As vaping becomes more and more popular, we’ll see different enticing marketing strategies to make the pool of vapers out there want to buy a specific brand of ejuice. Something I’ve seen recently that really bothered me is organic and natural ejuices being advertised online and in stores. I know in the recent decade, organic foods have been sought after by people for their health benefits and they come with an immensely higher price tag as well. Although organic fruits and vegetables can be easily purchased, a true organic e-juice can be a little harder to find.
For something to be considered organic, it cannot use chemical pesticides as well as be approved by the USDA organic standards. Before a restaurant or grocery store can even advertise organic produce being sold, the store needs to be certified by the USDA National Organic Program. Needless to say, most of these ejuice vendors do not meet these standards. However, let’s break down the e-juice being sold so we can clarify how to actually determine if an e-juice is organic.
PG or Propylene Glycol is used as part of the base for the e-juice. It is often used to give a deeper throat hit as well as bind flavors to the base of the eliquid. PG is also a synthetic compound. That is you won’t be finding this is your local farms as it is lab made and obviously not certified by the USDA as organic in any means. I can stop here, but let’s continue. Ethyl alcohol or ethanol has many of the same properties as PG, and it can be rated as an organic compound, but it is dangerous to your health if used in high concentrations. So on one side part of the eliquid can be organic but it’ll be harmful to you, but, on the other hand, the high-priced organic eliquid may not be organic at all.
VG or Vegetable Glycerin can be organic. VG is derived from vegetables, and as long as they are organically grown, there is no reason why VG cannot be an organic substance. In fact, if the eliquid only uses VG as a base, an argument can be had that the eliquid could be organic.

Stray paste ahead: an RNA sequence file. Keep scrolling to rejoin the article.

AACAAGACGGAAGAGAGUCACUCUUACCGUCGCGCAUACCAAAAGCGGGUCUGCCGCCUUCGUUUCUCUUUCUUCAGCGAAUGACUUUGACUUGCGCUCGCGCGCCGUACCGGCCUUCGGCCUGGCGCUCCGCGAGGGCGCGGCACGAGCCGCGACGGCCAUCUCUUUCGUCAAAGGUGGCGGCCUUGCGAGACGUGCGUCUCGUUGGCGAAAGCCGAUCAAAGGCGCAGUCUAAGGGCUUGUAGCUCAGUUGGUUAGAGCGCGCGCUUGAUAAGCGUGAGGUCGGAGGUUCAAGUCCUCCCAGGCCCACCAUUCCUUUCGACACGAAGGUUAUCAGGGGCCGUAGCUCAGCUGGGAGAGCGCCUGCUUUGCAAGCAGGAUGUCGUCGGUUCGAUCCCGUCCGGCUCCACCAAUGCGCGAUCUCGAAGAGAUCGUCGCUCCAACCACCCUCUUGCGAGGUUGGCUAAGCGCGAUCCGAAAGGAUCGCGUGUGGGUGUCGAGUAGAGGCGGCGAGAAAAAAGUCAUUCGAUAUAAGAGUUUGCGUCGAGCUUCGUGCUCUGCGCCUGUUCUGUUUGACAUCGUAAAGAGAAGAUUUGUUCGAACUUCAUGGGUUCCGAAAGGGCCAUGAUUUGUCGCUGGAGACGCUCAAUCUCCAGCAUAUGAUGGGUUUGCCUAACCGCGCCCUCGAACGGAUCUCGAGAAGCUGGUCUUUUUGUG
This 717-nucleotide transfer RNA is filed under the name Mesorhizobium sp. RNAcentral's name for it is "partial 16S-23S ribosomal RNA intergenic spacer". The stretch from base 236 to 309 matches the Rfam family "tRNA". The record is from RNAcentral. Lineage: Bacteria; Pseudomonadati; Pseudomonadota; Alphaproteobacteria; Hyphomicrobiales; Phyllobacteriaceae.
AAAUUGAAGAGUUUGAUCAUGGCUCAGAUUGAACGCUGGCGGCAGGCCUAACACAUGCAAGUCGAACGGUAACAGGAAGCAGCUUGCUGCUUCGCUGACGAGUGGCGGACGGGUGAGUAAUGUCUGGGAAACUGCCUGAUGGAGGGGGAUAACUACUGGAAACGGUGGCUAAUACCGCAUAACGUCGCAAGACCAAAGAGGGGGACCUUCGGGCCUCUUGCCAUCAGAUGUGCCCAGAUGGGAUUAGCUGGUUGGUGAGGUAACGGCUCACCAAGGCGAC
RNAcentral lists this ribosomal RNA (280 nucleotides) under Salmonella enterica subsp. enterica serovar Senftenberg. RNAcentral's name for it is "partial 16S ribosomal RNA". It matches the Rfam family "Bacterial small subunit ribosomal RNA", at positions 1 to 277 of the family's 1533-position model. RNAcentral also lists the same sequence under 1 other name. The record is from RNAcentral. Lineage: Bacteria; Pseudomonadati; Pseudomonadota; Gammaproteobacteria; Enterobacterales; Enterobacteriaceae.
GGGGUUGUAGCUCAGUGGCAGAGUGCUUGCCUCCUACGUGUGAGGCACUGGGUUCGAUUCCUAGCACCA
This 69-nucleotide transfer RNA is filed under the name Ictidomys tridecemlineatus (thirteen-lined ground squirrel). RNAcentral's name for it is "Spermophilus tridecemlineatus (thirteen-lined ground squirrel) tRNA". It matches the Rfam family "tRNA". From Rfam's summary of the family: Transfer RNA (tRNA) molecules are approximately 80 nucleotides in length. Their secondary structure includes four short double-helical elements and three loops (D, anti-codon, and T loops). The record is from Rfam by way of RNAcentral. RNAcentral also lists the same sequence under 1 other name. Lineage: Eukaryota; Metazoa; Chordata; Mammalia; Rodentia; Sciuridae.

Now the flavoring is almost always suspended in PG. As we already know, PG is not an organic compound. Most of the time the artificial flavorings used are not organic either. So bear this in mind when purchasing “organic” eliquid. However, some companies do sell natural and organic flavorings. The flavorings should not be used for vaping as to be organic they could contain lipids as well as biomolecules that are not suitable for vaping. Lipids in the e-juice could lead to something called lipid pneumonia (lung-damaging disease) if inhaled.
Last but not least there is the nicotine. Nicotine is one of the oldest pesticides out there and derived from tobacco leaves. However, it is not on the approved list of pesticides that can be used for something to be considered organic. Although nicotine may be natural and organic in nature, nicotine is not considered to be an organic product according to the USDA. Most nicotine used in eliquids can be from “naturally handpicked tobacco” but what was applied to it during its growth will be harder to uncover. According to a recent study, 90% of all tobacco is full of pesticides. Some pesticides are organic but determining this would involve digging deeper into a certain vendor’s suppliers.
So for an eliquid to be completely organic (as some vendors do advertise), they have to be nicotine free and use only vegetable glycerin as its base. The flavoring has to be organic as well and thus cannot use PG as to suspend the flavoring. Organic flavor extracts don’t use PG but are suspended in lipids and well as biomolecules which should not be used in vaping. Lastly, nicotine shouldn’t be used at all for something to be considered organic. So from the e-liquid breakdown, I’ve concluded that if the e-juice is made purely out of VG and use no nicotine, it could be considered organic. However, many e-juice always manufacturers use a mixture of PG and VG in their base as well as sell their e-juice with nicotine in it. Ergo you aren’t buying a truly organic product.
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